I use tarot and oracle cards as tools for reflection and contemplation. Rather than divining the future, they are a way for me to look more deeply at the "now."
"The goal isn't to arrive, but to meander, to saunter, to make your life a holy wandering." ~ Rami Shapiro

Thursday, May 24, 2018

Making Time

From the Norse Tarot, the Eight of Wands; from the Wolf Pack, 'Guidance:'
                One can almost hear the rhythmic call of "Pull! Pull!" as the oarsmen glide across the water. The Eight of Wands symbolizes speed and movement, and this boat represents both. Yet when things are in motion, it might be tempting to sit back and watch. However, if all the rowers decided to do that, the speed and direction would be lost. Guidance suggests asking or heeding the wisdom of someone who has more knowledge and experience than we do. There was a woman who was pulled over by a policeman because she was speeding. When asked where she was going in such a hurry, she replied, "I don't know, but I'm making damn good time!" Movement is good, but only if we're progressing in the right direction. Asking for help is better than doing something without a clue about what we're doing or where we're going.

Wednesday, May 23, 2018

Be Accountable

From the Norse Tarot, the Four of Discs (Pentacles); from the Wolf Pack, 'Be Alert:'
          This ship's captain oversees his men raising the mast and loading the goods on his ship that will be used in trade. It's not that he doesn't trust his men, but he knows that excitement (or being hung over from a night of partying) can make people miss important details. There will always be folks who lose money or other resources and point the finger of blame at another person they trusted. But the 'Be Alert' card suggests we watch others more carefully; people might seem friendly and eager, but their actions speak louder than their words. Some managers never leave the office, completely unaware of the quality of work the employees are doing until there's a problem. There are people who don't worry about writing down expenditures because they think they can keep bank balances in their heads. Others spend money on credit that they plan to make in the future. The bottom line is we must be accountable for our own resources.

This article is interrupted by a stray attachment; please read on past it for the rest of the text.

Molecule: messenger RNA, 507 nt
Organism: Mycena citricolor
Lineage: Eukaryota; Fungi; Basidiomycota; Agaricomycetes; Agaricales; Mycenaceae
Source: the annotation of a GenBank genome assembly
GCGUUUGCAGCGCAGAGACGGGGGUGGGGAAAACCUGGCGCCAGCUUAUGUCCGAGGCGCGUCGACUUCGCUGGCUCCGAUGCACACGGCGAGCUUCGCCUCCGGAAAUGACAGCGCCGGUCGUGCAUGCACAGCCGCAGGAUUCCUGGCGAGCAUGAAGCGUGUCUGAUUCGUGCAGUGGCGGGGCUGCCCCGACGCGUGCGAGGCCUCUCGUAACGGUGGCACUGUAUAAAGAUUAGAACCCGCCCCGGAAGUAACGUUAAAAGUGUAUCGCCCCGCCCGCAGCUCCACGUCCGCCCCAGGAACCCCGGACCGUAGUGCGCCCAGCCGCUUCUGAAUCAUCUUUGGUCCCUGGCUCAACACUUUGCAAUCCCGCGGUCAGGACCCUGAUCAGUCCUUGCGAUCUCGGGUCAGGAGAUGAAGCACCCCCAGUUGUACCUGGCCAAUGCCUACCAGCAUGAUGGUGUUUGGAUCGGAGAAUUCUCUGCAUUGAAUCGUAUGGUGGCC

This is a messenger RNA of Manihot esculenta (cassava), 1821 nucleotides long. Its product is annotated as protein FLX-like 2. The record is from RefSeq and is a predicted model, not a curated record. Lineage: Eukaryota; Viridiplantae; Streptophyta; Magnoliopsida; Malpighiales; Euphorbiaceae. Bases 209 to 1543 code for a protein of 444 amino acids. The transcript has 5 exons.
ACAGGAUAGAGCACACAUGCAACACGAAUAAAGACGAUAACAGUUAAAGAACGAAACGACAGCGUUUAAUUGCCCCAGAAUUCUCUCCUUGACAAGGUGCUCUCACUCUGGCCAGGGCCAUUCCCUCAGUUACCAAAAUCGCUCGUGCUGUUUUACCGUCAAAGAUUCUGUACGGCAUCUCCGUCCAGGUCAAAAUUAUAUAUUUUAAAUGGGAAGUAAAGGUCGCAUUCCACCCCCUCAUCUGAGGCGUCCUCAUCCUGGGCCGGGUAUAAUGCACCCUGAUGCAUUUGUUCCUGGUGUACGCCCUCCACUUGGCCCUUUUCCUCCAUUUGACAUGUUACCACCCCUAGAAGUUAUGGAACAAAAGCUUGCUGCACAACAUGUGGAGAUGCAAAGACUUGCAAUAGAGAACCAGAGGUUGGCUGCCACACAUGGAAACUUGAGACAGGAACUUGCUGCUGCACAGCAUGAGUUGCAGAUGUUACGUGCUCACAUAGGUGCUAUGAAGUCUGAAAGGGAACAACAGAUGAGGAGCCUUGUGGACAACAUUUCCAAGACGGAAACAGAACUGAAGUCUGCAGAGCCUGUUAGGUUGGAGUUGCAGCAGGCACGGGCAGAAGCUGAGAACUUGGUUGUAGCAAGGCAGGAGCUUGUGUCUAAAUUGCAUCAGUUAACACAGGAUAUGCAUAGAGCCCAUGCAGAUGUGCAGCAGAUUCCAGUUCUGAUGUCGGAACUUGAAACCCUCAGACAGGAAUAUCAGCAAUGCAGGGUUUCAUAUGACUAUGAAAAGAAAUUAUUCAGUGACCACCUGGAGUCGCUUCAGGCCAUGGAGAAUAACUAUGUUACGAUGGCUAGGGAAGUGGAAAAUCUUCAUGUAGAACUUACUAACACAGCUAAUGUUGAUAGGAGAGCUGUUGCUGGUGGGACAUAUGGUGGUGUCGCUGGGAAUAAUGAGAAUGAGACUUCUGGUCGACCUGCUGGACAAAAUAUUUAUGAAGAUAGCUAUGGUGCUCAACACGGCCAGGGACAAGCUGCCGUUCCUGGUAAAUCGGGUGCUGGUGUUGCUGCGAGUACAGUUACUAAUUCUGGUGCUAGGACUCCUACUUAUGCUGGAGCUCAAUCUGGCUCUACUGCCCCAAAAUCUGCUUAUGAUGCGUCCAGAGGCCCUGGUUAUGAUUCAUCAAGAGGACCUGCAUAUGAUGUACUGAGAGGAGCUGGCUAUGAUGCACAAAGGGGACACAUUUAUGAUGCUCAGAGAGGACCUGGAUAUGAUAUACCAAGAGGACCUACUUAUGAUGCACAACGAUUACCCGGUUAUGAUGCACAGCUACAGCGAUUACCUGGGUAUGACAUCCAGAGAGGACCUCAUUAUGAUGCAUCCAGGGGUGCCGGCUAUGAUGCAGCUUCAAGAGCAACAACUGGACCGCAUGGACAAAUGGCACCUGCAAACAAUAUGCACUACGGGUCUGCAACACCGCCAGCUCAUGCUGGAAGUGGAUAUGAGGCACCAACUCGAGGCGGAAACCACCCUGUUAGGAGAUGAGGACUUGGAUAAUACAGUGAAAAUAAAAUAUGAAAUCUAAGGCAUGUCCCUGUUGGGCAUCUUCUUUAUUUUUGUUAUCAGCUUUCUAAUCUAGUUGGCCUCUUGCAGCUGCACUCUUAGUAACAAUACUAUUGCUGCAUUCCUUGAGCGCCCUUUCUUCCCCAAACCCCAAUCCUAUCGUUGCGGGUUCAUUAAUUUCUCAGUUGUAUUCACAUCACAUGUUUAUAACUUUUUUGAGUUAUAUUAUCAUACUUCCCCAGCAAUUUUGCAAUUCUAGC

Tuesday, May 22, 2018

Dual Nature

From the Norse Tarot, the Sun; from the Wolf Pack, 'Cycles:'

          In Norse mythology, Sol (the sun goddess) was swallowed during Ragnorok, an end-of-the-world battle. Eventually, a new world rose, and Sunna (the daughter of Sol) outshone even her mother. Around the Summer Solstice in areas north of the Arctic Circle, the sun remains visible at midnight (Norway is often called 'Land of the Midnight Sun'). The opposite phenomenon, the polar night, occurs during winter, when the sun stays below the horizon throughout the day. Norse mythology, like other folklore, reflects the dual nature of the world. The Cycles card parallels this idea, showing a wolf that has survived a harsh winter but now will find food plentiful in the spring. Whether energy and light or other resources, we can prudently use them while available. When they disappear, we don't need to wail and wallow; we survive as best we can, knowing the light will at some point return. 
The first time you feel that sort of pain, you think it's never going to go away. Once you do survive it, you realize you can survive anything. ~ Zoe Kravitz

Monday, May 21, 2018

The Strategy of Choice

From the Norse Tarot, the Two of Swords; from the Wolf Pack, 'Home:'

          Rather than a blindfolded woman trying to make an intuitive decision, Barrett's Two of Swords shows two men playing a strategic game. Here is logic at work - looking at the pros and cons of a situation and trying to imagine what a choice might look like several moves down the line. Past mistakes and successes might be considered, but a few risks might be needed. Emotional, opinionated or wishful thinking needs to be set aside to make room for more possibilities. 'Home' suggests that there is a place of security and belonging (though it may be more about who we're with than where). It can give us a slight advantage in feeling more confident, supported and safe, which is why sports teams must play part of their games at their competitor's field. For most, home (or any personal, sacred space) can allow us to relax and think things through.